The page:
6.) Ticket To Ride   (John Lennon - Paul McCartney) - 4:00  rating: ** stars

The album's lone cover tune, their slowed down, MOR supper club-ish version of 'Ticket To Ride' didn't seem to fit into the album.  Apparently a leftover from the debut album, the record label seemingly included it to ensure there was a commercial song on the set.  It sucked.


(side 2)

1.) Requiem: 820 Latham   (Jimmy Webb) - 4:26  rating: **** stars

Most folks don't believe it, but the fact of the matter is these guys (and gals) could sound quite soulful when given the right material (and when Billy Davis Jr handled the lead vocals).  Yeah, this one was over-the-top in terms of lovelorn hopelessness, but it had an attractive, dark and disturbing melody that made it great.  

2.) The Girls' Song   (Jimmy Webb) -  4:09  rating: **** stars

Marilyn McCoo had such an amazing voice ...  she's one of those people who could probably sing a telephone book and make it sound good.   Yeah, the song wasn't anything great, but with her handling lead vocals, who cared.  

3.) The Worst That Could Happen   (Jimmy Webb) - 2:37  rating: ** stars

Written when Webb learned Horton had gone off and gotten a "quickie" marriage, 'The Worst That Could Happen' was one of Webb's most saccharine tunes, but also provided him with a massive hit - not with this version, but courtesy of The Brooklyn Bridge.   This version's pretty lame.

4.) Orange Air   (Jimmy Webb) - 2:38   rating: *** stars

Webb's version of psychedelia ...  cute and a nice display of their wonderful harmony vocals.   

5.) Paper Cup   (Jimmy Webb) - 2:48  rating: **** stars

Not the most commercial tune on the album, but the song had a bouncy melody and fun, sing-along vibe which probably explains whey the song was release as the sophomore single.  I've always wondered about the inspiration.  My take was the song was based on the end of Webb's relationship with Horton - maybe he found solace in the bottle ...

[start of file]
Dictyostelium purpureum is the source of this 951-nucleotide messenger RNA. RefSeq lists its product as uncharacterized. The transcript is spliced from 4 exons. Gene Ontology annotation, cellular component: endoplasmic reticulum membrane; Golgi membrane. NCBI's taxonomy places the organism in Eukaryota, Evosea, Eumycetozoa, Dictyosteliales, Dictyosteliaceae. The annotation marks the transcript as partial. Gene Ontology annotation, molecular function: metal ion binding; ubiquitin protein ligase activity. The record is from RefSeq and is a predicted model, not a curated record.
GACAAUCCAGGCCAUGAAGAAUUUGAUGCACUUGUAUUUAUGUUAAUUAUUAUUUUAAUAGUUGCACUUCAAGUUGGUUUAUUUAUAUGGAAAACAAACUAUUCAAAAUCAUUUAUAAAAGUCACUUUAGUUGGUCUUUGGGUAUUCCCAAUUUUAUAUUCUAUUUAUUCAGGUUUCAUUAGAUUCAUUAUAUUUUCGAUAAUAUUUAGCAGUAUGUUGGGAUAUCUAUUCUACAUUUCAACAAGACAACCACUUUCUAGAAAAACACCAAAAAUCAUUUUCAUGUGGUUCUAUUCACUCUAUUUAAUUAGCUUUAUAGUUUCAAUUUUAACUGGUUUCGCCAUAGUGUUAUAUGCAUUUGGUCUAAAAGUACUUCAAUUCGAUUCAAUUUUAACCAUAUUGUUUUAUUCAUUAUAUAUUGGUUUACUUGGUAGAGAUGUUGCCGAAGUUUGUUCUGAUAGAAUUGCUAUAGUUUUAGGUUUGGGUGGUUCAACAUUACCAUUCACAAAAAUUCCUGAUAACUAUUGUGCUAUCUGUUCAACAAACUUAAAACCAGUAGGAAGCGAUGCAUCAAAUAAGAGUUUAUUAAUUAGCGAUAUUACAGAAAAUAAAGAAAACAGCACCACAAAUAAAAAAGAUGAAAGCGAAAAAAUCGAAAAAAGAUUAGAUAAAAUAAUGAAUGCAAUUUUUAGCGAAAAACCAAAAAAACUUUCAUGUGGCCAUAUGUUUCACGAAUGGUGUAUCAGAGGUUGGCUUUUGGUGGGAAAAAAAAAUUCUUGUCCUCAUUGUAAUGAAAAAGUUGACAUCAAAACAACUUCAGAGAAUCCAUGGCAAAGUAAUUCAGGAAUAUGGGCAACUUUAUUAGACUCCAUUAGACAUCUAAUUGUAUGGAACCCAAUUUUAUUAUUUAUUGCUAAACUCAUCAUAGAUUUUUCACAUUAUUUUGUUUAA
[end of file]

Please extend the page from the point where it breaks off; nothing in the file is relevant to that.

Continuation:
- 1967's 'Paper Cup' b/w 'Poor Side of Town' (Soul City catalog number SC-760)  YouTube has a clip of the group lip-synching the tune for some forgotten TV program:   

6.) Epilogue   (Jimmy Webb) - 0:56  rating; ** stars

And the album closed out with a brief retrain of the opening melody.








Genre: pop

Rating: ** (2 stars)

Title:  Reflections

Company: Bell

Catalog: 6065

Year: 1971

Grade (cover/record): VG / VG

Country: California, USA

Comments: minor ring, edge and corner wear

Available: 1

Catalog ID: 4123

Price: $3.00


To my ears, though they didn't write their own material, in the battle of late-1960s/early-1970s MOR pop, these guys were every bit as good as their competitors. In terms of competitors, The Mamas and the Papas quickly come to mind - for a comparison, check out their cover of The Beatles "Ticket To Ride". Their performance and mannerisms bear an uncanny resemblance to the former). Continuing their longstanding collaboration with producer Bones Howe, 1971's "Reflections" isn't what you'd call a major change in direction. Taking on a standard mix of popular hits and lesser known selections, all eleven tracks are subjected to Howes' extensive orchestration and the group's patented easy-going, Southern California group harmonies. The results are certainly mixed, ranging from engaging ("California Soul"), to hysterical inept (check out their Up with People-styled smiley cover of Cream's "Sunshine of Your Love") and nausia-inducing (the weirdest MOR cover of Johnny Rivers' "Poor Side of Town" I've ever heard). A minor seller, the set peaked at # 112. (Geez, I'd forgotten how attractive LaRue and McCoo were - talk about a pair of hotties !!! Makes you wish hot pants would come back into vogue.)

"Reflections" track listing:
(side 1)

1.) California Soul   (Nicholas Ashford - Valerie Simpson) - 3:16
2.) Let It Be Me   (Mann Curtis - Hilbert Becaud) - 3:53
3.) Sunshine of Your Love   (Jack Bruce - Peter Brown - Eric Clapton) - 3:17
4.) Poor Side of Town   (Johnny Rivers - Lou Adler) - 3:30
5.) Ticket To Ride  (John Lennon - Paul McCartney) - 4:00

(side 2)

1.) Blowin' Away   (Laura Nyro) - 2:35
2.) Workin' On a Groovy Thing   (Neil Sedaka - Roger Atkins) - 3:09
3.) Carpet Man   (Jim Webb) - 3:05
4.) Those Were the Days   (Gene Raskin) - 3:04
5.) I'll Never Be the Same Again   (Jeffrey Comanor) - 3:05
6.) California My Way   (Willie Hitchinson) - 2:50